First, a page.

How many VC funds can you name where all three partners had children when raising the fund, have deep connections in Asia as well as Europe and the US, and include actress Anne Hathaway as LP? I was not much in danger.
But that’s the profile of Pact, a new Seed VC fund launched with a £30 million ($36 million) pot of money to back early stage startups across Europe. The Accord will focus on ‘mission-driven’ start-ups in what it calls the “ABC” categories: Access (economic inclusion), Enhancement (personal and professional well-being), and Climate. (That’s a much more interesting way of addressing ‘well done’ areas, instead of trying the UN SDGs, IMHO). Pact investment tickets will be around £1m to £1.5m.
In addition to Anne Hathaway (not ‘only’ an Oscar-winning actress, but also a UN Women Goodwill Ambassador), other LPs include Jeff Dean, Head of AI at Google, and Keith Teare, founding shareholder (and former shareholder). of TechCrunch and a former tech entrepreneur in the UK and US.
They are joined by Anchor investor Campden Hill Capital; Yeming Wang, former head of EMEA at Alibaba; Fahd Beag, Naspers COO; Todd Ruppert, retired CEO of T. Rowe Price Global and venture partner at Greenspring Associates, and Tilo Bonow, CEO of PIABO.
The three female partners – Tong Gu, Reem Mobassaleh Wyndham, and Monik Pham – were former VCs in other funds. Gu was an investor at ADV (which Teare was previously a part of) and built a data analytics startup in Shanghai that she left. Wyndham was also a previous investor and founder of ADV. Pham was part of the founding team of the early stage fund Fuel Ventures and launched several social enterprises in Africa and India.
Speaking to Reem Mobassaleh Wyndham, she told me that they had been raising the fund for a little over a year (during their pregnancy and their first children) but that the idea had been “in the works” for about five or six years: “We both joined ADV the same week. And we met Monik around the same time. What we noticed within the early stage landscape in the UK were some key things that were missing. Very few early stage fund managers have operational experience and deep operational experience overseas in emerging markets. And that’s something that the three of us, in a very complimentary way, bring to the table.”
“We believe that capitalism should and can be inclusive while still producing massive results,” she said. “And we really want it to be able to support early-stage companies that are positively shaping the future. We have built our careers with that Northstar as our guide. It’s a value that we’ve always discussed, but it’s at this point that the market is really coming around to it. There should not be a trade-off between socially sustainable, environmentally sustainable results and commercially sustainable results. You have to think about both. And that’s a value that the three of us came together on,” she said.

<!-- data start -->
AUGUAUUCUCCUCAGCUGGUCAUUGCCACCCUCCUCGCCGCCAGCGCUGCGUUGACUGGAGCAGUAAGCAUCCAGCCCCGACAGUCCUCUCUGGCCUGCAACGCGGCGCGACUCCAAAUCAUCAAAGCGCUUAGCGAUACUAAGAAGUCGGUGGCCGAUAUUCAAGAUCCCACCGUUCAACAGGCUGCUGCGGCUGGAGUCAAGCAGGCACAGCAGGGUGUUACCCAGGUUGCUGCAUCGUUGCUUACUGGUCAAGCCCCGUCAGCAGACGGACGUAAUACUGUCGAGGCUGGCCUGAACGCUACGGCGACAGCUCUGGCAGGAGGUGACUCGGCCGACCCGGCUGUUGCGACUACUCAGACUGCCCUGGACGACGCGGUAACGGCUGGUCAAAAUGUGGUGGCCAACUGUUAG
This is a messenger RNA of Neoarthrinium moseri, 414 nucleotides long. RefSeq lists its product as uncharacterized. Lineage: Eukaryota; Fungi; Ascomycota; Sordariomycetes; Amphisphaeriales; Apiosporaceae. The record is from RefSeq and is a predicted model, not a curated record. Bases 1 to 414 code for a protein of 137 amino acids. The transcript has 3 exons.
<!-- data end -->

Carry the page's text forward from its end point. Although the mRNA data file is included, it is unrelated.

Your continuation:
Tong Gu told me: “I grew up in China, and I saw how entrepreneurship and technology enabled a large population of people who used to live below poverty to become richer and improve their lives. I started a technology company that enables independent owners of small brands to compete with the biggest ones. And to me, that was the experience of really driving economic inclusion, but in a technologically enabled way.”
Wyndham admitted that “it’s not a huge fund”. She said, however, that the £30 million should get enough companies to get the “healthy diversification” needed for fund returns: “We could do 18 to 20 companies, either pioneering or joint- leadership. We are very thoughtful about how we maintain our LP base. So the LPS that came in are strategic and provide domain expertise, and market access, but they also provide capital continuity. Most are looking for access to deal flow. So, in that sense, our firepower is scaling beyond the 30 million.”
When the Hollywood movie star was among her LPs, Wyndham added: “She’s been my friend and mentor for about 12 years and ever since then we’ve had a friendship and shared values. One of her biggest reasons is childcare, and the lack of it, as the final frontier for gender parity. And that is something that we have experienced firsthand as three female DGs who all had our first children while raising this fund. We had to figure out how to overcome the structural headwinds to do both. That’s very much one of the lessons we hope to share with the ecosystem, and that’s where Anne comes in.”
Pact has made its first investment in Growth Kitchen, a London-based company that launches sustainable food brands based on data insights.
Past investments for Pact team members include Clause acquired by DocuSign. Onto, an electric vehicle subscription service; Perlego, an online learning platform; and Yoco, an African FinTech company.